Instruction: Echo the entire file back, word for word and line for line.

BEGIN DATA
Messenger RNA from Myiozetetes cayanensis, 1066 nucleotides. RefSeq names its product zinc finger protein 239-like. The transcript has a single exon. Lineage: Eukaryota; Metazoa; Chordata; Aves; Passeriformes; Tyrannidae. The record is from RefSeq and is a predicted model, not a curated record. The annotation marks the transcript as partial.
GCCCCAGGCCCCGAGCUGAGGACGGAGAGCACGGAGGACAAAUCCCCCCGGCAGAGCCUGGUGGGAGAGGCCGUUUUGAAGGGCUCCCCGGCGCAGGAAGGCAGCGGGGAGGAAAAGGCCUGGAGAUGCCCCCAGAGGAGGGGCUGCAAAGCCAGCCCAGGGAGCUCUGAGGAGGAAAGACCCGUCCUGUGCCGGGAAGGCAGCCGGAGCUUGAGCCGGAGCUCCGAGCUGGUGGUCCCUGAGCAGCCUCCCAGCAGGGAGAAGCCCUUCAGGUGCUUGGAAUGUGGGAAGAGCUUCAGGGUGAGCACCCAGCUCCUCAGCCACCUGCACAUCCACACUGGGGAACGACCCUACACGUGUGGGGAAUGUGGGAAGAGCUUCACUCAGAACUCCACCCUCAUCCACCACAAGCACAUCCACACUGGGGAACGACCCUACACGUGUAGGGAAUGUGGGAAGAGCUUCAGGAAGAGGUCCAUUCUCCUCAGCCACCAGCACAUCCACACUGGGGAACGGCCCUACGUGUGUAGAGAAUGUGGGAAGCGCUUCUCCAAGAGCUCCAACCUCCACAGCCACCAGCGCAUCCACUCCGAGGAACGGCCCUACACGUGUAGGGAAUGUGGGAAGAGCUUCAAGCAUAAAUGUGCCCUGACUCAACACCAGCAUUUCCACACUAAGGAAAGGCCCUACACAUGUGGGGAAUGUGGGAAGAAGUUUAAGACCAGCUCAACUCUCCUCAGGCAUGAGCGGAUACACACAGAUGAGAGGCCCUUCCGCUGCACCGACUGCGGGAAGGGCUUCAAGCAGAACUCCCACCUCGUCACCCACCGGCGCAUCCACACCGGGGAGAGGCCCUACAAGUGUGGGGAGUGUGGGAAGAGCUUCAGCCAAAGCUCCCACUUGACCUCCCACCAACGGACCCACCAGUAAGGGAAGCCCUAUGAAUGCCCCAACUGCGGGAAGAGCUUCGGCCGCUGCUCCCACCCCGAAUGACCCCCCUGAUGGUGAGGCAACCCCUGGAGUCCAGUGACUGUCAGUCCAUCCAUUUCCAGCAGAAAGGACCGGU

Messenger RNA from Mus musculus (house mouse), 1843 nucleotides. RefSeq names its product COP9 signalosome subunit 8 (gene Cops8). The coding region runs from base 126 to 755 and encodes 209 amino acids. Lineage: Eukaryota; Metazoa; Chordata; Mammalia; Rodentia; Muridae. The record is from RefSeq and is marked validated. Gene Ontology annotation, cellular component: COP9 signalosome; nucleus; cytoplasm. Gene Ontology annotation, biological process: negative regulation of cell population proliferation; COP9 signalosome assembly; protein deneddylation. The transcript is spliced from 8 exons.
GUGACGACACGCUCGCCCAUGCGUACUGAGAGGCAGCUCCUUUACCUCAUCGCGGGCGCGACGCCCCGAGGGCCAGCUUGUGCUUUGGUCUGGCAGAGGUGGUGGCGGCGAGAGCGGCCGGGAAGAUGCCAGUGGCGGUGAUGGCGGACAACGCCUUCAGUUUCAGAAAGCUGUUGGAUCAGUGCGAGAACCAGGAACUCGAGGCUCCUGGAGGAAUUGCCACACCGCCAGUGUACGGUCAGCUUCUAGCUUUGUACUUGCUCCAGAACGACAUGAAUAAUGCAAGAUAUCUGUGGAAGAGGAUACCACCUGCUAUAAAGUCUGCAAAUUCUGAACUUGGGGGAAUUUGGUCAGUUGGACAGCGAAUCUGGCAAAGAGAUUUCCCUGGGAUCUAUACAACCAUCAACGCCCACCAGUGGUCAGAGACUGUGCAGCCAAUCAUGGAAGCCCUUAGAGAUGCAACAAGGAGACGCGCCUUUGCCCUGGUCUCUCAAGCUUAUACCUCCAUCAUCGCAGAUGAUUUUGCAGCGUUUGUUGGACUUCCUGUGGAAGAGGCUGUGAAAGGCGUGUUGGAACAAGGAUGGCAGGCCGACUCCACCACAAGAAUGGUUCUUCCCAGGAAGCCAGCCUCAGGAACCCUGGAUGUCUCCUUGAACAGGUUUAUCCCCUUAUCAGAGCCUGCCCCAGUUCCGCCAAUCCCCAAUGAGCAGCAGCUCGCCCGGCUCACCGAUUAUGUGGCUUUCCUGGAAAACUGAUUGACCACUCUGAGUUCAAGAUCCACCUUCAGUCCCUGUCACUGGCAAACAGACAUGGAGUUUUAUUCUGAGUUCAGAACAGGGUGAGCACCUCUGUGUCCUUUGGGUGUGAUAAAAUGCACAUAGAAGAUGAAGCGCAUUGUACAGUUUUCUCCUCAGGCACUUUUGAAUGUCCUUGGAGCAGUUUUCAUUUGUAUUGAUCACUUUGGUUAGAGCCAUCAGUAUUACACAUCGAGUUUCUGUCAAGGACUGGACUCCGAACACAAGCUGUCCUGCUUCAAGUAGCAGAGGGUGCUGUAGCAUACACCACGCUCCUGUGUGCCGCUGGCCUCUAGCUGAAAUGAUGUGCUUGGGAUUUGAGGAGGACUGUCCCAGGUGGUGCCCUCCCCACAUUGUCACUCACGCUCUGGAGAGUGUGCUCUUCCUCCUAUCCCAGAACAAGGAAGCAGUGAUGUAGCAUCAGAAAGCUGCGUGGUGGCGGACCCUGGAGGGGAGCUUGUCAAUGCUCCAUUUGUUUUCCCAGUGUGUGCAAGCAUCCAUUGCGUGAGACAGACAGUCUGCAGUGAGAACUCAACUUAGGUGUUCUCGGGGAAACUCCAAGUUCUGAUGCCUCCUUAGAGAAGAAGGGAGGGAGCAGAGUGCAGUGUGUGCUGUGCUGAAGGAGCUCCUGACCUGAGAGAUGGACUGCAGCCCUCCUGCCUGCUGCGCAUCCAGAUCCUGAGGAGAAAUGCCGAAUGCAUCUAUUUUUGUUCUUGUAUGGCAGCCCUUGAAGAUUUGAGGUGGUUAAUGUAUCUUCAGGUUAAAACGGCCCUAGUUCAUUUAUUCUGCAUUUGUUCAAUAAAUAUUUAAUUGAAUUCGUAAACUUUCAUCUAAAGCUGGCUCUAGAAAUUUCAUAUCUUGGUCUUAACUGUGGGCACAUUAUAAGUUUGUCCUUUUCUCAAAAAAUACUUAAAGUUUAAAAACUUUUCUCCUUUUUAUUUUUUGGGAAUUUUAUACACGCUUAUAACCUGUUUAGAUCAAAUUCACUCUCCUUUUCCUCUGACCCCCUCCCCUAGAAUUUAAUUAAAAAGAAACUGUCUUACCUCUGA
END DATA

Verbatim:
Messenger RNA from Myiozetetes cayanensis, 1066 nucleotides. RefSeq names its product zinc finger protein 239-like. The transcript has a single exon. Lineage: Eukaryota; Metazoa; Chordata; Aves; Passeriformes; Tyrannidae. The record is from RefSeq and is a predicted model, not a curated record. The annotation marks the transcript as partial.
GCCCCAGGCCCCGAGCUGAGGACGGAGAGCACGGAGGACAAAUCCCCCCGGCAGAGCCUGGUGGGAGAGGCCGUUUUGAAGGGCUCCCCGGCGCAGGAAGGCAGCGGGGAGGAAAAGGCCUGGAGAUGCCCCCAGAGGAGGGGCUGCAAAGCCAGCCCAGGGAGCUCUGAGGAGGAAAGACCCGUCCUGUGCCGGGAAGGCAGCCGGAGCUUGAGCCGGAGCUCCGAGCUGGUGGUCCCUGAGCAGCCUCCCAGCAGGGAGAAGCCCUUCAGGUGCUUGGAAUGUGGGAAGAGCUUCAGGGUGAGCACCCAGCUCCUCAGCCACCUGCACAUCCACACUGGGGAACGACCCUACACGUGUGGGGAAUGUGGGAAGAGCUUCACUCAGAACUCCACCCUCAUCCACCACAAGCACAUCCACACUGGGGAACGACCCUACACGUGUAGGGAAUGUGGGAAGAGCUUCAGGAAGAGGUCCAUUCUCCUCAGCCACCAGCACAUCCACACUGGGGAACGGCCCUACGUGUGUAGAGAAUGUGGGAAGCGCUUCUCCAAGAGCUCCAACCUCCACAGCCACCAGCGCAUCCACUCCGAGGAACGGCCCUACACGUGUAGGGAAUGUGGGAAGAGCUUCAAGCAUAAAUGUGCCCUGACUCAACACCAGCAUUUCCACACUAAGGAAAGGCCCUACACAUGUGGGGAAUGUGGGAAGAAGUUUAAGACCAGCUCAACUCUCCUCAGGCAUGAGCGGAUACACACAGAUGAGAGGCCCUUCCGCUGCACCGACUGCGGGAAGGGCUUCAAGCAGAACUCCCACCUCGUCACCCACCGGCGCAUCCACACCGGGGAGAGGCCCUACAAGUGUGGGGAGUGUGGGAAGAGCUUCAGCCAAAGCUCCCACUUGACCUCCCACCAACGGACCCACCAGUAAGGGAAGCCCUAUGAAUGCCCCAACUGCGGGAAGAGCUUCGGCCGCUGCUCCCACCCCGAAUGACCCCCCUGAUGGUGAGGCAACCCCUGGAGUCCAGUGACUGUCAGUCCAUCCAUUUCCAGCAGAAAGGACCGGU

Messenger RNA from Mus musculus (house mouse), 1843 nucleotides. RefSeq names its product COP9 signalosome subunit 8 (gene Cops8). The coding region runs from base 126 to 755 and encodes 209 amino acids. Lineage: Eukaryota; Metazoa; Chordata; Mammalia; Rodentia; Muridae. The record is from RefSeq and is marked validated. Gene Ontology annotation, cellular component: COP9 signalosome; nucleus; cytoplasm. Gene Ontology annotation, biological process: negative regulation of cell population proliferation; COP9 signalosome assembly; protein deneddylation. The transcript is spliced from 8 exons.
GUGACGACACGCUCGCCCAUGCGUACUGAGAGGCAGCUCCUUUACCUCAUCGCGGGCGCGACGCCCCGAGGGCCAGCUUGUGCUUUGGUCUGGCAGAGGUGGUGGCGGCGAGAGCGGCCGGGAAGAUGCCAGUGGCGGUGAUGGCGGACAACGCCUUCAGUUUCAGAAAGCUGUUGGAUCAGUGCGAGAACCAGGAACUCGAGGCUCCUGGAGGAAUUGCCACACCGCCAGUGUACGGUCAGCUUCUAGCUUUGUACUUGCUCCAGAACGACAUGAAUAAUGCAAGAUAUCUGUGGAAGAGGAUACCACCUGCUAUAAAGUCUGCAAAUUCUGAACUUGGGGGAAUUUGGUCAGUUGGACAGCGAAUCUGGCAAAGAGAUUUCCCUGGGAUCUAUACAACCAUCAACGCCCACCAGUGGUCAGAGACUGUGCAGCCAAUCAUGGAAGCCCUUAGAGAUGCAACAAGGAGACGCGCCUUUGCCCUGGUCUCUCAAGCUUAUACCUCCAUCAUCGCAGAUGAUUUUGCAGCGUUUGUUGGACUUCCUGUGGAAGAGGCUGUGAAAGGCGUGUUGGAACAAGGAUGGCAGGCCGACUCCACCACAAGAAUGGUUCUUCCCAGGAAGCCAGCCUCAGGAACCCUGGAUGUCUCCUUGAACAGGUUUAUCCCCUUAUCAGAGCCUGCCCCAGUUCCGCCAAUCCCCAAUGAGCAGCAGCUCGCCCGGCUCACCGAUUAUGUGGCUUUCCUGGAAAACUGAUUGACCACUCUGAGUUCAAGAUCCACCUUCAGUCCCUGUCACUGGCAAACAGACAUGGAGUUUUAUUCUGAGUUCAGAACAGGGUGAGCACCUCUGUGUCCUUUGGGUGUGAUAAAAUGCACAUAGAAGAUGAAGCGCAUUGUACAGUUUUCUCCUCAGGCACUUUUGAAUGUCCUUGGAGCAGUUUUCAUUUGUAUUGAUCACUUUGGUUAGAGCCAUCAGUAUUACACAUCGAGUUUCUGUCAAGGACUGGACUCCGAACACAAGCUGUCCUGCUUCAAGUAGCAGAGGGUGCUGUAGCAUACACCACGCUCCUGUGUGCCGCUGGCCUCUAGCUGAAAUGAUGUGCUUGGGAUUUGAGGAGGACUGUCCCAGGUGGUGCCCUCCCCACAUUGUCACUCACGCUCUGGAGAGUGUGCUCUUCCUCCUAUCCCAGAACAAGGAAGCAGUGAUGUAGCAUCAGAAAGCUGCGUGGUGGCGGACCCUGGAGGGGAGCUUGUCAAUGCUCCAUUUGUUUUCCCAGUGUGUGCAAGCAUCCAUUGCGUGAGACAGACAGUCUGCAGUGAGAACUCAACUUAGGUGUUCUCGGGGAAACUCCAAGUUCUGAUGCCUCCUUAGAGAAGAAGGGAGGGAGCAGAGUGCAGUGUGUGCUGUGCUGAAGGAGCUCCUGACCUGAGAGAUGGACUGCAGCCCUCCUGCCUGCUGCGCAUCCAGAUCCUGAGGAGAAAUGCCGAAUGCAUCUAUUUUUGUUCUUGUAUGGCAGCCCUUGAAGAUUUGAGGUGGUUAAUGUAUCUUCAGGUUAAAACGGCCCUAGUUCAUUUAUUCUGCAUUUGUUCAAUAAAUAUUUAAUUGAAUUCGUAAACUUUCAUCUAAAGCUGGCUCUAGAAAUUUCAUAUCUUGGUCUUAACUGUGGGCACAUUAUAAGUUUGUCCUUUUCUCAAAAAAUACUUAAAGUUUAAAAACUUUUCUCCUUUUUAUUUUUUGGGAAUUUUAUACACGCUUAUAACCUGUUUAGAUCAAAUUCACUCUCCUUUUCCUCUGACCCCCUCCCCUAGAAUUUAAUUAAAAAGAAACUGUCUUACCUCUGA